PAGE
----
“In fact, it is required in order to communicate with CarPlay or Android Auto,” Cauchy said.
Part of the AGL charter and the plan moving forward is to have multiple profiles of the same base platform, said Cauchy, so that AGL can address other functions in the car beyond IVI, such as instrument cluster, heads-up display and telematics. Basically, if the car runs Linux, all of it should be based on AGL, no matter the application or function.
“A big part of future plans is to build an SDK and a developer community around AGL,” remarked Cauchy. “With an open source approach and standard app framework, the car makers can build a developer ecosystem and attract companies and individual developers to create new and innovative applications for the car.”
AGL differs from other developing in-car platforms in that both the specifications and the code are open source. That allows anyone to participate in its development.
Also, AGL is focusing on a complete reference platform rather than just components, Cauchy noted. It includes the Linux kernel, board support package, middleware, application framework, and support for demo apps — both native-Linux apps and HTML5 apps.
Building Principles Key
The automotive market is an inbred industry, which poses “a significant problem for adopting any technology,” said Rob Enderle, principal analyst at the Enderle Group.
Those that have been successful, like Nvidia and Qualcomm, have developed nearly complete solutions. That approach allows automakers that are behind — or that need to rapidly drop their costs to address a new feature or capability — to address the related exposure, he told LinuxInsider.
Even with Microsoft, Ford did not buy embedded Windows. It bought a near-complete solution, which it recently replaced with another nearly complete solution from the QNX unit of BlackBerry, Enderle added.
“So, while I think this move makes Linux more interesting, until it is built into a near complete solution by someone and then offered to the car makers, I doubt it will have much impact on their adoption of Linux,” he said. “More likely is that elements of this will flow into Android, which Google will then properly package into a better solution than they currently have.”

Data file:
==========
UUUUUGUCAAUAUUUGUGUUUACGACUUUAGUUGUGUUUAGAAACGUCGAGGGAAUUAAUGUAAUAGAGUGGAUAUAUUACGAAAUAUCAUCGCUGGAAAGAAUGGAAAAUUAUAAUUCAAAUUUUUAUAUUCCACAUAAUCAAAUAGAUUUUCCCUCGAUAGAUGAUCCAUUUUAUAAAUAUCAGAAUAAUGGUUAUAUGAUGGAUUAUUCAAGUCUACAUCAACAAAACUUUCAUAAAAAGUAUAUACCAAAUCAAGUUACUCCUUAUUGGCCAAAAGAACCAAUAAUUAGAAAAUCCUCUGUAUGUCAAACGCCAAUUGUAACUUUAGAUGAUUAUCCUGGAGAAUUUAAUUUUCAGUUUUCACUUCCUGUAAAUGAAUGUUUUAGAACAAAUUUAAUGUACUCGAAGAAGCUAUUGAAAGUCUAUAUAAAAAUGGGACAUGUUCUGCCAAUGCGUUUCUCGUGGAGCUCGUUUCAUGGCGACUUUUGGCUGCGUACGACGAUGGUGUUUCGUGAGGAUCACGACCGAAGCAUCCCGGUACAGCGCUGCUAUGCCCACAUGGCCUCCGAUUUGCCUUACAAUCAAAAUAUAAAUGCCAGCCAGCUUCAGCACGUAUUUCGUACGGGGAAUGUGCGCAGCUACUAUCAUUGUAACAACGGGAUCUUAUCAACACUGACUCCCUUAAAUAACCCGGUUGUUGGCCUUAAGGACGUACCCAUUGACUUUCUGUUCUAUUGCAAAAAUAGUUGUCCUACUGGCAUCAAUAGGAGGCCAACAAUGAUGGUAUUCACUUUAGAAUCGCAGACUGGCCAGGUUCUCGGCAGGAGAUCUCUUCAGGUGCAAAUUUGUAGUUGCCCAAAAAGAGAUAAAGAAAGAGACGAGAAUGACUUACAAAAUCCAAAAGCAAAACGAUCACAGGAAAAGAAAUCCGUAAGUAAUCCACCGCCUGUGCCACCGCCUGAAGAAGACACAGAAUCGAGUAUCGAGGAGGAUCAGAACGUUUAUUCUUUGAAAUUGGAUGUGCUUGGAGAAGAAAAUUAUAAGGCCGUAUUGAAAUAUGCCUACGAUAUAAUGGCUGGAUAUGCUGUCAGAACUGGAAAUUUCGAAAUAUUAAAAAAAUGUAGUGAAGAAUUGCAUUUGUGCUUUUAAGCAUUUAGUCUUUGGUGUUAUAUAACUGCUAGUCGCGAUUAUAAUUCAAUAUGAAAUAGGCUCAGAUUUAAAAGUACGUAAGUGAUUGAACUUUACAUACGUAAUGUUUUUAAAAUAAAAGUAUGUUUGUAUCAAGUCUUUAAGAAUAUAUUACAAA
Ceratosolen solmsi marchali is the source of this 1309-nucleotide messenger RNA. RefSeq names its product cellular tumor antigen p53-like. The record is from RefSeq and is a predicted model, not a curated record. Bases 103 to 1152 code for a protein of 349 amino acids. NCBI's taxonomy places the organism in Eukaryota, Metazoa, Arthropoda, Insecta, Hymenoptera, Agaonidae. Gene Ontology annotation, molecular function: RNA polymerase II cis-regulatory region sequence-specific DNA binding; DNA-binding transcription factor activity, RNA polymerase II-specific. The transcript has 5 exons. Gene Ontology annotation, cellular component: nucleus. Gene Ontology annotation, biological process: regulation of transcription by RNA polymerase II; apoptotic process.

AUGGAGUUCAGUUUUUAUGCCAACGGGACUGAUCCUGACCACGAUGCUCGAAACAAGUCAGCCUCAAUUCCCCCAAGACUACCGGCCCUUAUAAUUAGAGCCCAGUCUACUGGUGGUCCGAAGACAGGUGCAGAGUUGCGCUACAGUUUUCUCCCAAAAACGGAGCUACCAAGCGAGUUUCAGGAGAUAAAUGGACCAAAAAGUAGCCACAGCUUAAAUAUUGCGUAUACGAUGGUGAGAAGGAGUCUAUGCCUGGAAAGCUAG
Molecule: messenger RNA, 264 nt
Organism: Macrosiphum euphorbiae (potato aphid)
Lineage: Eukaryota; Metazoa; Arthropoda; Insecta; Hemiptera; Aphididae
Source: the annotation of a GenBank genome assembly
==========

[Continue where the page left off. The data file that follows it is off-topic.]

AGL can be a one-size-fits-all solution. In addition to AGL, there has been some automotive software developed in other projects, such as Tizen IVI and GENIVI.
At last week’s Automotive Linux Summit, AGL announced that it was building a Unified Code Base to combine the best projects into a single AGL distribution for the entire industry, said Cauchy.
Security issues are being handled in the specification standards. The open source approach is more secure, as it exposes the platform to more eyes for review, and it leverages multiple companies testing the same platform, thereby exposing security issues more quickly, he added.
AGL is adopting some industry standard security frameworks for role-based access control. AGL also is analyzing Smack, SELinux and other industry solutions for inclusion in the Specification.
“We have not yet made a selection,” Cauchy said. “Those will be rolled out in the AGL platform and updates to the specification in the coming months.”